My husband got the clothes line up in the backyard this summer while we were away. We moved our washer and dryer outside last spring; an opportunity to create more space in our small home and also because, in southern California, the impulse to live inside/outside is strong. At our home in Inglewood, doing laundry is simple, 100 or so feet from the house there’s a washer and dryer and right next to it the clothesline. As I was hanging my sheets on the line today, I got to thinking about how, living with our two girls at the cabin all summer in the woods of Wisconsin, doing laundry had a very different feel.
When we all ran out of shorts or underwear I’d grab the red flyer wagon from the shed next to the cabin. I’d usually have to clean out blankets or other kid items before tucking in the overflowing basket. I’d just get the handle in my hand when the door from the cabin would fly open and the new puppy, Harold, would come darting out and run straight for the wagon, jumping up to grab a pair of someone’s undies that were hanging off the side. Right behind Harold would be my six year old daughter who is at a point in her life where she needs to be right next to me most of the time. “Mom, wait, I’m coming too.” “Mei Mei” I’d say, “I am not going to be able to take you in the wagon.” “I know but what about Harold, can I put Harold in?” She’d scoop him up and toss him into the wagon wherein he’d immediately grab the undies I’d just unhooked from his sharp little teeth. “Nope,” I say, taking him out, “Harold needs to run.” “Fine” she shouts, clearly irritated. I brace myself internally for an explosion. This could easily turn into a major battle of patience while she processes that she cannot do what she wants. This time it passes and we are on our way. Mei Mei runs along behind picking up any pieces of clothing that fall into the driveway as we bump along, climbing the hill. Past the sugar shack where my parents make maple syrup in the spring and past the piles of composting hay that’s used to fertilize the large vegetable and flower garden. This time of year the bee balm is showing off its perfect violet/purple flowers and I stop with Mei Mei, “Do you hear the buzzing?” It sounds like an electric amp that’s letting off feedback. The smell is intoxicating mixed with the lilies and roses that grow along the garden fence. Mei Mei darts after Harold off the driveway and onto the walk path. The walk path leads from the driveway up to mom and dad’s house. A few large tree roots threaten to upend the wagon but I level out just in time. And by the time I get to the swing that hangs from two giant Maples in front of my mom’s house, Mei Mei has decided it’s a good idea to give Harold a turn on the swing and he needs rescuing.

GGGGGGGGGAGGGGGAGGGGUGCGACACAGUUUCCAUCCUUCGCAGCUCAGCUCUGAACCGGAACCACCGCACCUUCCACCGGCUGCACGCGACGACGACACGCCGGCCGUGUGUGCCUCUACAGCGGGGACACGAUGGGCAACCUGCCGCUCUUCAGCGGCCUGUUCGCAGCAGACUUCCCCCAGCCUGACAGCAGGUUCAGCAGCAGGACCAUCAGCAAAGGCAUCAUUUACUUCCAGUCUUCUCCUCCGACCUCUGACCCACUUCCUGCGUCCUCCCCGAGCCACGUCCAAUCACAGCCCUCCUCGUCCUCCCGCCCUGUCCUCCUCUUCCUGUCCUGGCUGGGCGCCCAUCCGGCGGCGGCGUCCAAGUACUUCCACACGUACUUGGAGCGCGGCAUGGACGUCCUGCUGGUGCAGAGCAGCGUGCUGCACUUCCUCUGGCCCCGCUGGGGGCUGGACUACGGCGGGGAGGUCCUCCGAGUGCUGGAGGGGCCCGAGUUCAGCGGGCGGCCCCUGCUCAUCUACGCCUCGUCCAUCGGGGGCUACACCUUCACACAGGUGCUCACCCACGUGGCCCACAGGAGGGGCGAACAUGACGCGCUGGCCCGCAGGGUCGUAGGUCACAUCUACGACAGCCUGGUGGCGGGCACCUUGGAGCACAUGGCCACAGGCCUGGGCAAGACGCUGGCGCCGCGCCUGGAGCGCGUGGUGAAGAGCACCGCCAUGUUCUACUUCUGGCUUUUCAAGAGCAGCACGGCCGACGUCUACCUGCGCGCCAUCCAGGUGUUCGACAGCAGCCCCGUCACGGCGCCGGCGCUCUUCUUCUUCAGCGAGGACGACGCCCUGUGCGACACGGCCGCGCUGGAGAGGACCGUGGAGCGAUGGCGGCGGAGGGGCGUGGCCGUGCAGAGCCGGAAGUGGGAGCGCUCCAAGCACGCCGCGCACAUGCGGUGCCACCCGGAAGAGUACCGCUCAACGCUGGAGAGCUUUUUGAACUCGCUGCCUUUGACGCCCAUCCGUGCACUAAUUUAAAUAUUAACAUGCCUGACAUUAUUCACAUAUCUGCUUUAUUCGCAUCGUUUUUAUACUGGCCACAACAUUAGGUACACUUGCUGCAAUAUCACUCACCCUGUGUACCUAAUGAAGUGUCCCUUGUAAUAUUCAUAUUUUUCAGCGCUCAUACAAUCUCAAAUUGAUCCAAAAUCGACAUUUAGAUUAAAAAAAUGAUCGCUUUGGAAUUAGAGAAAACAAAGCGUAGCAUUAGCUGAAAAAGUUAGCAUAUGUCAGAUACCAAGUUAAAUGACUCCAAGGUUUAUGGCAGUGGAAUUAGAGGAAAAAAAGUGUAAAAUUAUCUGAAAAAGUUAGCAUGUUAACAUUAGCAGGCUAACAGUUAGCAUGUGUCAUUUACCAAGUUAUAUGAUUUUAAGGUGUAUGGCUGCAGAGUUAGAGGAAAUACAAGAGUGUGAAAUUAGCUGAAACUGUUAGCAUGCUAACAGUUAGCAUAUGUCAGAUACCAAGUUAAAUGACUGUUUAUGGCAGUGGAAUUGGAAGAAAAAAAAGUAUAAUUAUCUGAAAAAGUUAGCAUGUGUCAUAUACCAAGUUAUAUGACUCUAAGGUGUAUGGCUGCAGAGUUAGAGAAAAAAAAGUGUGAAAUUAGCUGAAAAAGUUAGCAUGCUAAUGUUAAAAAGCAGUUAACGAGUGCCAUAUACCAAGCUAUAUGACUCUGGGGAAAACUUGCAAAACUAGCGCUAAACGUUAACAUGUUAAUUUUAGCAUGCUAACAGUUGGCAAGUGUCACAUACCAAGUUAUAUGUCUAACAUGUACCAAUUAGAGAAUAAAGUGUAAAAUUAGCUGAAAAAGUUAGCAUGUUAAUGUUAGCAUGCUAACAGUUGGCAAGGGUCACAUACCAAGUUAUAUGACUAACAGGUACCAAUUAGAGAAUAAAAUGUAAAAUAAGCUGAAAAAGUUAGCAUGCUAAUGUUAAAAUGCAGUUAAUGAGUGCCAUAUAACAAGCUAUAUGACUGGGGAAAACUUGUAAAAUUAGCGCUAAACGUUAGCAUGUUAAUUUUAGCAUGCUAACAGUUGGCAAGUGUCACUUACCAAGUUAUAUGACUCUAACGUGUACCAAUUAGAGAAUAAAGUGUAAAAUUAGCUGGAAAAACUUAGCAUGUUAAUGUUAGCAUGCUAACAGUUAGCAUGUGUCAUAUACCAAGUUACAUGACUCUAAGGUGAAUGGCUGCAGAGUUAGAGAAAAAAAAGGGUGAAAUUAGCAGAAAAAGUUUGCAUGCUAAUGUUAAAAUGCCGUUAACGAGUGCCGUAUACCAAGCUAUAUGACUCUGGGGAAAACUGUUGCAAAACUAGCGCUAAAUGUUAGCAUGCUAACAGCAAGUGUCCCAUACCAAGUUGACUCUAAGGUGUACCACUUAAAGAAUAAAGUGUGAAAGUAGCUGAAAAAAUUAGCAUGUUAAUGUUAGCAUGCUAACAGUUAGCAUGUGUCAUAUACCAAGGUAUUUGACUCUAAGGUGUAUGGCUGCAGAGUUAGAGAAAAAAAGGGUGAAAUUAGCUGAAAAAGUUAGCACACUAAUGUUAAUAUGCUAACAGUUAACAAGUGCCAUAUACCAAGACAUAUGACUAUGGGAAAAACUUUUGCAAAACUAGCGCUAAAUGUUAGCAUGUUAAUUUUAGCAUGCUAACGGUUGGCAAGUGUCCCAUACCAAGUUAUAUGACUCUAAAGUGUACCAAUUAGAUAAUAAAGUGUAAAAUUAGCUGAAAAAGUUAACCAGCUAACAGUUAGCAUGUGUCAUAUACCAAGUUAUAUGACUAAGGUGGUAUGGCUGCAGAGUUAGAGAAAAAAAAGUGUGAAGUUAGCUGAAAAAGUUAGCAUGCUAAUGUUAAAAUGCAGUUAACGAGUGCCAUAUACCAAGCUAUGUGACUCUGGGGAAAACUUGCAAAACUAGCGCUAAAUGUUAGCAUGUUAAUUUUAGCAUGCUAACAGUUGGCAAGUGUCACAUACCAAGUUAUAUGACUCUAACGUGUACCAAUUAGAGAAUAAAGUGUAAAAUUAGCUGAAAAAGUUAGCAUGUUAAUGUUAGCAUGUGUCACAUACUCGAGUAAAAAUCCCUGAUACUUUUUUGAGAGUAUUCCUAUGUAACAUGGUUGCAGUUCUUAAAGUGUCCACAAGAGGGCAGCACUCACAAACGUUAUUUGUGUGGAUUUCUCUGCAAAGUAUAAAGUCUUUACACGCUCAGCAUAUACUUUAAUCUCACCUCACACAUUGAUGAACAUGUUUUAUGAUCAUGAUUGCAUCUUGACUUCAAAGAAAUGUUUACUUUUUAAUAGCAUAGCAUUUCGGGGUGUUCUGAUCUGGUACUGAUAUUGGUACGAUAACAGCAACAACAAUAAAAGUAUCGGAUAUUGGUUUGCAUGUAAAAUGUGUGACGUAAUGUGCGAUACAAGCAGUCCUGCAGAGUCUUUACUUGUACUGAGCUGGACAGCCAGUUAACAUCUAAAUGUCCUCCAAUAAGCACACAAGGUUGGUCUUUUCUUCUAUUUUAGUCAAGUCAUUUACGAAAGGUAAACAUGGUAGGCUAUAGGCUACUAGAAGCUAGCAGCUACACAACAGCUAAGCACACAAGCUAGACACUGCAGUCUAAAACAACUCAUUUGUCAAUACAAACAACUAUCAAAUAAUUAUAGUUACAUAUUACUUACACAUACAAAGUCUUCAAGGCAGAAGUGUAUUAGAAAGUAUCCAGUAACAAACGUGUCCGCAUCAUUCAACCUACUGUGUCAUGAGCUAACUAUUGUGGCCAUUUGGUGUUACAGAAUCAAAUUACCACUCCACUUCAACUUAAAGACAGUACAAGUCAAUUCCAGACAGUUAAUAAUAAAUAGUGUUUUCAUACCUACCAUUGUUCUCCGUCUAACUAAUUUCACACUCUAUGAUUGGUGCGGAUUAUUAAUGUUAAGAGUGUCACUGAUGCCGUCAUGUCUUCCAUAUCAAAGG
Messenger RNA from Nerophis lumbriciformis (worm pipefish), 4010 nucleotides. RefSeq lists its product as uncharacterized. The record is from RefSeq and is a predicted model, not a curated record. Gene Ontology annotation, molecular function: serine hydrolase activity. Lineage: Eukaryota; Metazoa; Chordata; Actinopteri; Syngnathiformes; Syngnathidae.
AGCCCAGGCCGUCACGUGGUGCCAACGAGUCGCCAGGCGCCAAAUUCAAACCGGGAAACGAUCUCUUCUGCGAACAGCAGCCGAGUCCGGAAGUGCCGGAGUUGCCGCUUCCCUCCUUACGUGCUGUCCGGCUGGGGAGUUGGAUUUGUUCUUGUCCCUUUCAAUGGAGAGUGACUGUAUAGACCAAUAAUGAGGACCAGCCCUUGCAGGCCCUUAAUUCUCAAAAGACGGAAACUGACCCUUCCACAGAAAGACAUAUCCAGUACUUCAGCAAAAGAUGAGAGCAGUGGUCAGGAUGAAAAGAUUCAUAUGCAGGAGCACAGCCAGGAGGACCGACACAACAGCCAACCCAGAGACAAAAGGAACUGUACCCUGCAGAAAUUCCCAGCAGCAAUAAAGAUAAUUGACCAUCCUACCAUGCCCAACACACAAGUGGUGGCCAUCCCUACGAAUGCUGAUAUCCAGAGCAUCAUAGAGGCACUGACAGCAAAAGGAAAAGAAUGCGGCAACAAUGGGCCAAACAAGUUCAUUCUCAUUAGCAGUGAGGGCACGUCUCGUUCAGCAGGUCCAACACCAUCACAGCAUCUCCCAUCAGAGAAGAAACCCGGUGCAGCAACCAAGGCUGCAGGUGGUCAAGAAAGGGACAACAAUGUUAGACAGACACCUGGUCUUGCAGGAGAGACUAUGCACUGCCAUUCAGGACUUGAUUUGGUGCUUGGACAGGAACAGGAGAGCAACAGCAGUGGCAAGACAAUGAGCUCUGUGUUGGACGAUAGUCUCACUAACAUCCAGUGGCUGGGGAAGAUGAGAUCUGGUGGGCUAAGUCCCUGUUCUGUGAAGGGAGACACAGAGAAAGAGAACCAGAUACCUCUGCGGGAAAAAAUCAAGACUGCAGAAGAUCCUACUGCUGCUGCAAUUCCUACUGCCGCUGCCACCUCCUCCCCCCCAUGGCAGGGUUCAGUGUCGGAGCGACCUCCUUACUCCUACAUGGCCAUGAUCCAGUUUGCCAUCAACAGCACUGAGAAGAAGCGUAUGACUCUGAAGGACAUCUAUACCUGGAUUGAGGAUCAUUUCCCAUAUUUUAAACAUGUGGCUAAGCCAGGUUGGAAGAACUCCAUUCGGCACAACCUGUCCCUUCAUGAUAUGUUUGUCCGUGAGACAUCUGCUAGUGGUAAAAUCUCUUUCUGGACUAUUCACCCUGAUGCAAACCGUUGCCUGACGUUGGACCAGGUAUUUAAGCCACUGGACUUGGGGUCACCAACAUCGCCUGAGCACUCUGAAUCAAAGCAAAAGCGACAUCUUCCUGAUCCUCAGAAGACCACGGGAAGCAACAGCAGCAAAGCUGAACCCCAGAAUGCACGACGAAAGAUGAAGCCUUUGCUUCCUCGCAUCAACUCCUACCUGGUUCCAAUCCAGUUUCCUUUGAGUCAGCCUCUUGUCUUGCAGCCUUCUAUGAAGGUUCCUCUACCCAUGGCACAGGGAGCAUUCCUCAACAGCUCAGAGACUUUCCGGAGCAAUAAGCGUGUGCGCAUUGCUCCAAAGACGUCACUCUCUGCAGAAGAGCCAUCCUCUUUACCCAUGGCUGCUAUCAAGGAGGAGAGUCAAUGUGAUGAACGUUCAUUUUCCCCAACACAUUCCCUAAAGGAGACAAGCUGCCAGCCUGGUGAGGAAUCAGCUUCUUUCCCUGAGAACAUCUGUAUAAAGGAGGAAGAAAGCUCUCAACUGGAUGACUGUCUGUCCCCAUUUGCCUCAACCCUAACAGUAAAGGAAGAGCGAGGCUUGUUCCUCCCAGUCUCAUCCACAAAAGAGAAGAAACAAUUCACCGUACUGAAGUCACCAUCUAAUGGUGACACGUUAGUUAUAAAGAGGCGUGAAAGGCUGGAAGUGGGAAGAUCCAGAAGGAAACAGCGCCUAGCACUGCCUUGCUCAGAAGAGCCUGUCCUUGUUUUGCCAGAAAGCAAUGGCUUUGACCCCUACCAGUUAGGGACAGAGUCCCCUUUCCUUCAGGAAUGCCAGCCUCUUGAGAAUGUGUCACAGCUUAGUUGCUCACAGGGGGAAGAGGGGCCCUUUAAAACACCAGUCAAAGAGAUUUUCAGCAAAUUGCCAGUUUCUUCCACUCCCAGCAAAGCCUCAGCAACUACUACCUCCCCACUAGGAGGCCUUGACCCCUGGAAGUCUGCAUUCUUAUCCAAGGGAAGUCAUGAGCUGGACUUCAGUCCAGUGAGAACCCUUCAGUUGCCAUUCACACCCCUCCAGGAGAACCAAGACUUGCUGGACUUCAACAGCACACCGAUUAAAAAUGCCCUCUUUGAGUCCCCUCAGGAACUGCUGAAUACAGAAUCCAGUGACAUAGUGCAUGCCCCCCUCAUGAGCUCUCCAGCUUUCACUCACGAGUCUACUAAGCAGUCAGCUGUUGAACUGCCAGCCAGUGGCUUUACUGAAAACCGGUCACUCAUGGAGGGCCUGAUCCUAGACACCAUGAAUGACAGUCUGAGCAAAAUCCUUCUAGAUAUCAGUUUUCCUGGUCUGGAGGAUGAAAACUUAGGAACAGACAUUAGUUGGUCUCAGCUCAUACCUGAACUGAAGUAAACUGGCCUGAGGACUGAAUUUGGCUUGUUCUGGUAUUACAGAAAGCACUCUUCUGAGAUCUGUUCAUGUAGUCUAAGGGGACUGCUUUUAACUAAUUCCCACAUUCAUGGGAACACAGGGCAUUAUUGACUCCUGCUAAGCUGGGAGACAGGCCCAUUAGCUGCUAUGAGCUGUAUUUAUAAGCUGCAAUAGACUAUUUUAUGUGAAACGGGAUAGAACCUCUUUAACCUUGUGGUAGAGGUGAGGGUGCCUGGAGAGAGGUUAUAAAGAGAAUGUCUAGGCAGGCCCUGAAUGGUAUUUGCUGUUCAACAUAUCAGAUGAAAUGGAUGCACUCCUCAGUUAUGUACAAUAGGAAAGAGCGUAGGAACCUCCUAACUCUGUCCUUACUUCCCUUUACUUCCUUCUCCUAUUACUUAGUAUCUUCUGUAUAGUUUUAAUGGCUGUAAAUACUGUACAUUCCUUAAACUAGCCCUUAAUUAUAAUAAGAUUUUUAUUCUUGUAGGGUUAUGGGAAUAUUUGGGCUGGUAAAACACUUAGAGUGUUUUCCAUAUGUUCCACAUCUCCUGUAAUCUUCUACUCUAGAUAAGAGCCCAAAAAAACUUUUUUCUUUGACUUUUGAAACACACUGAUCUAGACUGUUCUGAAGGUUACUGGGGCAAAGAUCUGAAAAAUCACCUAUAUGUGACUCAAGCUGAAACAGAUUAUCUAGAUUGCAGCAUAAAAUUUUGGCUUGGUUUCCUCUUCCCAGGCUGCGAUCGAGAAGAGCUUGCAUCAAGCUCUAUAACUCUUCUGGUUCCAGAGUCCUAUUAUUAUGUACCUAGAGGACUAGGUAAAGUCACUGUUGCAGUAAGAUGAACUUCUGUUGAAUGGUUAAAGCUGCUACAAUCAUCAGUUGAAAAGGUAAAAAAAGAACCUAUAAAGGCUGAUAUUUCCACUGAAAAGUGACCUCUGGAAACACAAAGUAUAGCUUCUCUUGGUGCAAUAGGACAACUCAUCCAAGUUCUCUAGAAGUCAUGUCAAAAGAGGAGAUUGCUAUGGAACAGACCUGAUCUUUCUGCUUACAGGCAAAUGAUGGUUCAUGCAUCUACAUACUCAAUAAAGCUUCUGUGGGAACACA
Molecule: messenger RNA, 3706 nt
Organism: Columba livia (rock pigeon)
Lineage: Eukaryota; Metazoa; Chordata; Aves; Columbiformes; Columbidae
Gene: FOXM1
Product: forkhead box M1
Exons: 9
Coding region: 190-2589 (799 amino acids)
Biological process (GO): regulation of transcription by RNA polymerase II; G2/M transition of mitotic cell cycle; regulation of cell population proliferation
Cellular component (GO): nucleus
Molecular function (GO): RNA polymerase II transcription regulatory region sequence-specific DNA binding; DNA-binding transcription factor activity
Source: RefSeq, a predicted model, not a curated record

“I’ll wait here mom” she says, jumping into the sandbox with Harold to dig holes and make sand pies.
I offload the basket of laundry and lug it up the stairs through the screened porch where I tiptoe past my dad, passed out on the couch with hands folded on his chest, taking a break from building his new garage. Laundry loaded, I say a silent prayer that my parents finally invested in a modern washer that I can turn on and walk away from. I look at the blinking number, 45 mins til I have to come back, load it into the basket again and walk through the woods to the fruit orchard where the clothesline is. Sometimes just getting to the washing machine is enough and if I’m lucky my mom will hang it for me. Then I just hope it stays sunny so I can get it off the line and folded before the dew comes creeping in at dusk.
This whole experience, hard as it is sometimes, makes me realize how laundry becomes a mindless task with little to no thought when our laundry machines live conveniently near or in our homes. Back in Inglewood as I load the wet clothes into the dryer and pull out select pieces for the line I think, perhaps, my husband putting up the clothesline has given me a little of the “hard” back to keep me present in this experience of doing laundry.
**Emily Hart Roth is a storyteller, photographer and on the path to becoming a Forest Therapy guide. Growing up in the Northwoods of Wisconsin, she now splits her time between Los Angeles and the shores of Lake Superior. As a photographer, Emily’s clients include non-profits, food/restaurant and fashion stories. She self-published a book titled Art; a lifestyle.
Emily shares her passion for nature medicine with her community, husband, two daughters, and Harold the dog.